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Isaac Held's Blog

13. The strength of the hydrological cycle

Time-mean precipitation and evaporation as a function of latitude as simulated by an aqua-planet version of an atmospheric GCM (GFDL’s AM2.1) with a homogeneous “slab-ocean” lower boundary (saturated surface with small heat capacity), forced by annual mean insolation.

One often hears the statement the “strength of the hydrological cycle” increases with global warming.  But this phrase seems to mean different things in different contexts.

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12. Using model ensembles to reduce uncertainty

From Hall and Qu, 2006.  Each number corresponds to a model in the CMIP3 archive.  Vertical axis is a measure of the strength of surface albedo feedback due to snow cover change over the 21st century (surface albedo change divided by change in surface temperature over land in April).  Horizontal axis is measure of surface albedo feedback over land in seasonal cycle (April to May changes in albedo divided by change in temperature).  The focus is on springtime since this is a period in which albedo feedback tends to be strongest.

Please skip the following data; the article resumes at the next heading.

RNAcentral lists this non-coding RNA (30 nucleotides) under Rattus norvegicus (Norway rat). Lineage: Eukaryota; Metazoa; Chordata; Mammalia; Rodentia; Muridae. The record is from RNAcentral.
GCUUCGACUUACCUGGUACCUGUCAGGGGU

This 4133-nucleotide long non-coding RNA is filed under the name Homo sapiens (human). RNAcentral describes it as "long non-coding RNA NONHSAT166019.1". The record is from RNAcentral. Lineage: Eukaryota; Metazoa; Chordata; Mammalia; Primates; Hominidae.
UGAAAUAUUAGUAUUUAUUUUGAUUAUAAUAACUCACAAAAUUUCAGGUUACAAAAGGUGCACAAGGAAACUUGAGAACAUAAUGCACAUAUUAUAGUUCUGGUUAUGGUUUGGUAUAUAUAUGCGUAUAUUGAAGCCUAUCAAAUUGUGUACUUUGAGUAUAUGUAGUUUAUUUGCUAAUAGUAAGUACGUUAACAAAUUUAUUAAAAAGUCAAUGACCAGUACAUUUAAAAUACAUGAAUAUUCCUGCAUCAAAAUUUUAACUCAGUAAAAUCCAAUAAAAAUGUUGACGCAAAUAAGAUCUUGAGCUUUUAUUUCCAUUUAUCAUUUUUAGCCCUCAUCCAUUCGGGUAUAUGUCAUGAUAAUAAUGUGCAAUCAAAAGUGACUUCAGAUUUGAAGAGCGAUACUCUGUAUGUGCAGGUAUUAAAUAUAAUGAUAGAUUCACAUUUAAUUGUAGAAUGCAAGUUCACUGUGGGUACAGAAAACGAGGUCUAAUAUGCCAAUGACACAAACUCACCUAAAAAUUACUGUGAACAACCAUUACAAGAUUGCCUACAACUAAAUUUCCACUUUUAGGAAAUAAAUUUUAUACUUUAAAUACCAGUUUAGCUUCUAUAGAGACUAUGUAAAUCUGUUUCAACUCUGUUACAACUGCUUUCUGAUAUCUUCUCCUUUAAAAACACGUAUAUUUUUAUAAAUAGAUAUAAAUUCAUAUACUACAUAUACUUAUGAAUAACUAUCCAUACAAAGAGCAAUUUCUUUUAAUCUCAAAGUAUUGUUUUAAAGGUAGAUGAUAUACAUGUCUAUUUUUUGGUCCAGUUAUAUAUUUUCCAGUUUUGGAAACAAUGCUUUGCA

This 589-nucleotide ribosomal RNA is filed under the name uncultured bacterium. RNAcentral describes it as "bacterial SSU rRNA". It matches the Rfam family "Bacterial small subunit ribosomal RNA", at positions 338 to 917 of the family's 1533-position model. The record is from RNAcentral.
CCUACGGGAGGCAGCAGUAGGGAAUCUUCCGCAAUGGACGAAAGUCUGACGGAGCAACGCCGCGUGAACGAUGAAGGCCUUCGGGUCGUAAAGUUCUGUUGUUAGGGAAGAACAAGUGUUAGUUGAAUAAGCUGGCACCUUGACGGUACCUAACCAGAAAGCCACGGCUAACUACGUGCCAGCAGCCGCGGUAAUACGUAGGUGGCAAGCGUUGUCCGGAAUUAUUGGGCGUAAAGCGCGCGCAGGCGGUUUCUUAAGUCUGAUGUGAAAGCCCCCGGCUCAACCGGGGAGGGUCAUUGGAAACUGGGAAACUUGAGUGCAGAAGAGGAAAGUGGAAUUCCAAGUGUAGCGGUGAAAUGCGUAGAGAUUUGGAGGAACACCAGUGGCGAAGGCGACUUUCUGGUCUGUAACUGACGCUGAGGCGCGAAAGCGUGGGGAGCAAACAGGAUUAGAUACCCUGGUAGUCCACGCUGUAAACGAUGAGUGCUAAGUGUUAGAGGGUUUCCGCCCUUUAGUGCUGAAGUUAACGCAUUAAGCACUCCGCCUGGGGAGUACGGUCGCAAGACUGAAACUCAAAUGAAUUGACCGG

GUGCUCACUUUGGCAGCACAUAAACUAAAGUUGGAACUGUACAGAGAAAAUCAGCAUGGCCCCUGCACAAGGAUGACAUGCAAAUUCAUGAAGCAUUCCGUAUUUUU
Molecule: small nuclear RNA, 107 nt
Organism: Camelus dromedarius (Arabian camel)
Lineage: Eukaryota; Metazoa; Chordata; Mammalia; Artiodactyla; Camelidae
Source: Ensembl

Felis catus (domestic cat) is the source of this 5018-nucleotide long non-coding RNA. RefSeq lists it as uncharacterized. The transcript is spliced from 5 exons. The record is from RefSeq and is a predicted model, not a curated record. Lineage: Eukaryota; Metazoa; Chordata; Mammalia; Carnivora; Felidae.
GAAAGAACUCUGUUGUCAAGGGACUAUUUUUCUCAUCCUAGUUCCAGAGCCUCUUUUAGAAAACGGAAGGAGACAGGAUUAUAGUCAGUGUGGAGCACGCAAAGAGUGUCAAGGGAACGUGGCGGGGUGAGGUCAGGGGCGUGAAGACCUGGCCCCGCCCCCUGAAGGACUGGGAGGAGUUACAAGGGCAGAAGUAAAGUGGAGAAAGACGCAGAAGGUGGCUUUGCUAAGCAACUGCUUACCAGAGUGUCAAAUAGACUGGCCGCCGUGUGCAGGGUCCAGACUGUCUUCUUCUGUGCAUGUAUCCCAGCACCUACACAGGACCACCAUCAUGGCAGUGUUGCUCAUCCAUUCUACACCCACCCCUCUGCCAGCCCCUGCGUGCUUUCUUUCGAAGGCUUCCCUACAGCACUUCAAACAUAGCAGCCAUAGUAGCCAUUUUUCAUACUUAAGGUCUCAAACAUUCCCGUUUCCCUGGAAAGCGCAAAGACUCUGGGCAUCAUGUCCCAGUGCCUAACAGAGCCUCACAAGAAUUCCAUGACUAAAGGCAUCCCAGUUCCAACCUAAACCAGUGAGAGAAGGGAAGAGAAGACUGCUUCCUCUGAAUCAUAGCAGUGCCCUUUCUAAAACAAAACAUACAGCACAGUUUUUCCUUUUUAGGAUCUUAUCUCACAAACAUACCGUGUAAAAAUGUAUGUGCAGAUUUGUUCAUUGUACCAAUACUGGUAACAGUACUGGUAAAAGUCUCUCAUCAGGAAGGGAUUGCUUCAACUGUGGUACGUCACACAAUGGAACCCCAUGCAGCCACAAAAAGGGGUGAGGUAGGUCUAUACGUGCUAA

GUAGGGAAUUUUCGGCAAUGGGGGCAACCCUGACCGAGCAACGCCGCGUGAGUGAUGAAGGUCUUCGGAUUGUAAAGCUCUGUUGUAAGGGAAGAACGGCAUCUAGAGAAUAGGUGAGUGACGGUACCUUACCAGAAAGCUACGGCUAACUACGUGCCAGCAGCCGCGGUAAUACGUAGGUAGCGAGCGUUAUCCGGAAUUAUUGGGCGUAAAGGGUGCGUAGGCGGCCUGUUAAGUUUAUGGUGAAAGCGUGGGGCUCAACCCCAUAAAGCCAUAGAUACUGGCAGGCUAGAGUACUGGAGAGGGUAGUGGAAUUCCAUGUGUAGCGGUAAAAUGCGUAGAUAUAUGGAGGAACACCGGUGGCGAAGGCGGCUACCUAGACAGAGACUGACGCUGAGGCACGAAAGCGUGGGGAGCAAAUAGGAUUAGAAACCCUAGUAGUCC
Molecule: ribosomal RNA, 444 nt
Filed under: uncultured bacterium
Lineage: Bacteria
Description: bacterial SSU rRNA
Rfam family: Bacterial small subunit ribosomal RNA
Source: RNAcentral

There are a lot of uncertainties in how to simulate climate, so, if you ask me,  it is self-evident that we need a variety of climate models. The ensembles of models that we consider are often models that different groups around the world have come up with as their best shots at climate simulation.  Or they might be “perturbed physics” ensembles in which one starts with a given model and perturbs a set of parameters.  The latter provides a much more systematic approach to parametric uncertainty, while the former give us an impression of structural uncertainty– ie, these models often don’t even agree on what the parameters are.  The spread of model responses is useful as input into attempts at characterizing uncertainty, but I want to focus here, not on characterizing uncertainty, but on reducing it.

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